The third-year-forward tweeted out an emoji with glasses on Wednesday afternoon. Are rec specs in his future? We’ll find out Friday night.

– Kyle Goon

Click draw

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Disneyland’s first Rise of the Resistance commercial reveals new details about Star Wars: Galaxy’s Edge ride

Disneyland’s first Rise of the Resistance television commercial shows scenes inside a detention cell that reveal new details about the highly anticipated attraction coming to the Star Wars: Galaxy’s Edge themed land at the Anaheim theme park.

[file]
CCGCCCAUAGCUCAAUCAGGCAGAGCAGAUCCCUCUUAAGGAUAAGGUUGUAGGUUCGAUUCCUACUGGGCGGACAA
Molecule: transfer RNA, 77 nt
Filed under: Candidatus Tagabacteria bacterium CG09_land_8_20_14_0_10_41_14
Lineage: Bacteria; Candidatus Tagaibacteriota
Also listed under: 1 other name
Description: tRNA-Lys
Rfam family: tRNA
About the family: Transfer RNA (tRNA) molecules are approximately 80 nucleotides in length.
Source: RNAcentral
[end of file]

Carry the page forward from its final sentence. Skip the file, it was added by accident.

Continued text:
The TV spot shows a group of approximately 16 visitors trapped inside a First Order detention cell aboard a Star Destroyer as Star Wars villain Kylo Ren activates his crossguard lightsaber.

The commercial suggests riders will encounter an audio-animatronic Kylo Ren armed with his distinctive red lightsaber in the jail cell.

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The first Rise of the Resistance TV spot is out. It has the DL opening date but no WDW?

Probably nothing or time to get the Disney tin foil hats back out.

— Scott Walker (@scottwalker88) November 20, 2019

The Rise of the Resistance attraction coming to Star Wars: Galaxy’s Edge will feature videotaped, holographic and audio-animatronic appearances by characters from the latest Star Wars trilogy. Kylo Ren will make multiple appearances in several forms throughout the attraction.

SEE ALSO: Disneyland’s new Rise of the Resistance ride will last at least 15 minutes at Star Wars: Galaxy’s Edge